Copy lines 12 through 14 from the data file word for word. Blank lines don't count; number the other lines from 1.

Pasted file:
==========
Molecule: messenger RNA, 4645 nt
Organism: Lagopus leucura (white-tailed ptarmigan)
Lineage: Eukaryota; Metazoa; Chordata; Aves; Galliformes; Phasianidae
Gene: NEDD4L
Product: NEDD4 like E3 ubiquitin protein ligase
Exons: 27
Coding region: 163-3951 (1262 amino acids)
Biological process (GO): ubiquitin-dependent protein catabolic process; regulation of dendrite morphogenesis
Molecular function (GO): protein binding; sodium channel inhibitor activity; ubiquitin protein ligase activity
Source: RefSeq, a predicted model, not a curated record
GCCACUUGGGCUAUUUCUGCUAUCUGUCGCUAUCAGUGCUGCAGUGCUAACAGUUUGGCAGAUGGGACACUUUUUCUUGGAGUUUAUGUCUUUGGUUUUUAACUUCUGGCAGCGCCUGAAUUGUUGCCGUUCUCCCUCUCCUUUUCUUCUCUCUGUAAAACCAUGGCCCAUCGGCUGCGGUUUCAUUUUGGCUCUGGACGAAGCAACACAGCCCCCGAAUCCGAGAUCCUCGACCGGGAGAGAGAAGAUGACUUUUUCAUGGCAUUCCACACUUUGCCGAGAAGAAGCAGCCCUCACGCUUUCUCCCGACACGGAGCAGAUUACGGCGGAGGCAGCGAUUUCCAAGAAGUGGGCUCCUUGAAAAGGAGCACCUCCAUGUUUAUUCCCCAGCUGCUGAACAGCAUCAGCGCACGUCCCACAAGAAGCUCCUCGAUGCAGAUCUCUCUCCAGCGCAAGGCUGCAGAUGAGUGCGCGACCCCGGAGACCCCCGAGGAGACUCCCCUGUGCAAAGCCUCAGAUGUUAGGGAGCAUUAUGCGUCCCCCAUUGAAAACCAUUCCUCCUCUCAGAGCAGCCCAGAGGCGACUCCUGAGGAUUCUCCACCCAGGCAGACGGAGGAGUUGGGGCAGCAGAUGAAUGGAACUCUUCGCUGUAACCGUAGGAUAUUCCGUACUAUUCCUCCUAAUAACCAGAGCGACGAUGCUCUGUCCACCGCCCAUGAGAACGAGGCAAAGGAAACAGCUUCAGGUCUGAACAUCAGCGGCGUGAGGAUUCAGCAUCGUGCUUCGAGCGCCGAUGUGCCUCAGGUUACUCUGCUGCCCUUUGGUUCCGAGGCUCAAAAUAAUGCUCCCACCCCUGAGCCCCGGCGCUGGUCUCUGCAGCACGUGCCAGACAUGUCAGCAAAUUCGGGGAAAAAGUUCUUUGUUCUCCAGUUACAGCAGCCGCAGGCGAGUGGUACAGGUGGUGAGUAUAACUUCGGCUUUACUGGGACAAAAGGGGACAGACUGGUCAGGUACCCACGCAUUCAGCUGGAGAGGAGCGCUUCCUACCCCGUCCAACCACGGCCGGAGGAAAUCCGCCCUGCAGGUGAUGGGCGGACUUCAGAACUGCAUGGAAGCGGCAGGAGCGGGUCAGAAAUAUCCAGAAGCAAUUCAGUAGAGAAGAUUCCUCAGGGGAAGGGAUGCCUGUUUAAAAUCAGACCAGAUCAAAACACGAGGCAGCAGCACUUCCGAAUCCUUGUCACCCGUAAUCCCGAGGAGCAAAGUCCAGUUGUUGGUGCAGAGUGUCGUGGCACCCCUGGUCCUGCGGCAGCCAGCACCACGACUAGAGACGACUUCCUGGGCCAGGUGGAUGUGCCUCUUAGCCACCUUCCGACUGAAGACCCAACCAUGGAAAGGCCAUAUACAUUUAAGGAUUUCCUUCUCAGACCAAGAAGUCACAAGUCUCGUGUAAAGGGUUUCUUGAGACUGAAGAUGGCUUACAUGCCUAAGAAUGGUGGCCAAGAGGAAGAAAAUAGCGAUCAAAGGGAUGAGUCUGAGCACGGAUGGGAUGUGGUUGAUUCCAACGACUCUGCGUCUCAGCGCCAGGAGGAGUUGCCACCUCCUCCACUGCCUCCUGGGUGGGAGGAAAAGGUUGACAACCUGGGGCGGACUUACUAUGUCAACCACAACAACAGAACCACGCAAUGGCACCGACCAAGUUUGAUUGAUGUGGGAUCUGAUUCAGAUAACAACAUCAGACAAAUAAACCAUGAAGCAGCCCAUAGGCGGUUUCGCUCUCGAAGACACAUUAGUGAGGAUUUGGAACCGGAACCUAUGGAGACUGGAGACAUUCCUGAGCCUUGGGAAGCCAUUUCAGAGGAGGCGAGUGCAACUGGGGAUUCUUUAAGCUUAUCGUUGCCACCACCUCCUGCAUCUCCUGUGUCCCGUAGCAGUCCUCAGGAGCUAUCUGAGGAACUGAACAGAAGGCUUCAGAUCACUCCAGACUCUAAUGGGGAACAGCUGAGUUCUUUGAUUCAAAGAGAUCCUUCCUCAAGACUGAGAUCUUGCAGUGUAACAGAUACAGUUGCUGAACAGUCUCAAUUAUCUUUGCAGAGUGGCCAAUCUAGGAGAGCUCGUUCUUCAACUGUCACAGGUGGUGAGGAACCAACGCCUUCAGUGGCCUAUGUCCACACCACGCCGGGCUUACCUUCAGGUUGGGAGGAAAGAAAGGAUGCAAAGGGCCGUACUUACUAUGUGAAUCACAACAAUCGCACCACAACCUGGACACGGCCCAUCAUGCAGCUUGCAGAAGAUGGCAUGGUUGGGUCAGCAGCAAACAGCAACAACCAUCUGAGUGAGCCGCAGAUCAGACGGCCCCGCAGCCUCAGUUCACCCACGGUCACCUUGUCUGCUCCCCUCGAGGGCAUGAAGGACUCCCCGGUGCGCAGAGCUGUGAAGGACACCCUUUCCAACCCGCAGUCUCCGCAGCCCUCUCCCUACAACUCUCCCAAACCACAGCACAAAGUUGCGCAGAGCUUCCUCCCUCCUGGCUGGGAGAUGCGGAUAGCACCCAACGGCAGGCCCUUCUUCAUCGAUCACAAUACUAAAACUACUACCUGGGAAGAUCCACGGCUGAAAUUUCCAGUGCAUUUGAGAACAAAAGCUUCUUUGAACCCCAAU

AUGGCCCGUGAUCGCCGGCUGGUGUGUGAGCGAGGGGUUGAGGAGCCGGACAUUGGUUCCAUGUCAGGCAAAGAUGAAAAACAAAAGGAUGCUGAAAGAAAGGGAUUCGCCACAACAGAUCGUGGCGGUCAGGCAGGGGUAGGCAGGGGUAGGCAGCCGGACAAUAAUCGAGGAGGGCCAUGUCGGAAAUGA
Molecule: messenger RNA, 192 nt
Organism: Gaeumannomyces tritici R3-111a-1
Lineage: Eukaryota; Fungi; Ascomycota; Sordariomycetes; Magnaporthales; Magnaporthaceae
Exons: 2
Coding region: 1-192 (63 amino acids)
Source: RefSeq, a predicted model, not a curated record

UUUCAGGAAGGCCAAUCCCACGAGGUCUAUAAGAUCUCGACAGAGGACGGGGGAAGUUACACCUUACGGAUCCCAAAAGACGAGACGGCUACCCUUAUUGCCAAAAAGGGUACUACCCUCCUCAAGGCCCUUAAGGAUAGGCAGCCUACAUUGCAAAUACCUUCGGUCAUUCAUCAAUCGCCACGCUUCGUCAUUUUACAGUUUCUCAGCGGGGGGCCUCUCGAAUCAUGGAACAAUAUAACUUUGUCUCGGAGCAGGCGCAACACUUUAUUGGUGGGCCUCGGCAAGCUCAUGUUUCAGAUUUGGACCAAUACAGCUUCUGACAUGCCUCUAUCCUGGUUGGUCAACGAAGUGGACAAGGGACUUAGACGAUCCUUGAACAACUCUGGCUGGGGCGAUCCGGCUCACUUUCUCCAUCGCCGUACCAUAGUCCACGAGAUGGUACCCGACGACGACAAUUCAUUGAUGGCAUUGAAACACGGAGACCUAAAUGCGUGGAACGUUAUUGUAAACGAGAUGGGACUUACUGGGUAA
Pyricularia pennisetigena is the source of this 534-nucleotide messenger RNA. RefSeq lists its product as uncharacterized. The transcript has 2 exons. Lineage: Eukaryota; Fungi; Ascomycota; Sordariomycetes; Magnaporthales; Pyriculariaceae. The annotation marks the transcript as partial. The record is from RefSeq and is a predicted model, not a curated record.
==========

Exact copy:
AUGGCCCGUGAUCGCCGGCUGGUGUGUGAGCGAGGGGUUGAGGAGCCGGACAUUGGUUCCAUGUCAGGCAAAGAUGAAAAACAAAAGGAUGCUGAAAGAAAGGGAUUCGCCACAACAGAUCGUGGCGGUCAGGCAGGGGUAGGCAGGGGUAGGCAGCCGGACAAUAAUCGAGGAGGGCCAUGUCGGAAAUGA
Molecule: messenger RNA, 192 nt
Organism: Gaeumannomyces tritici R3-111a-1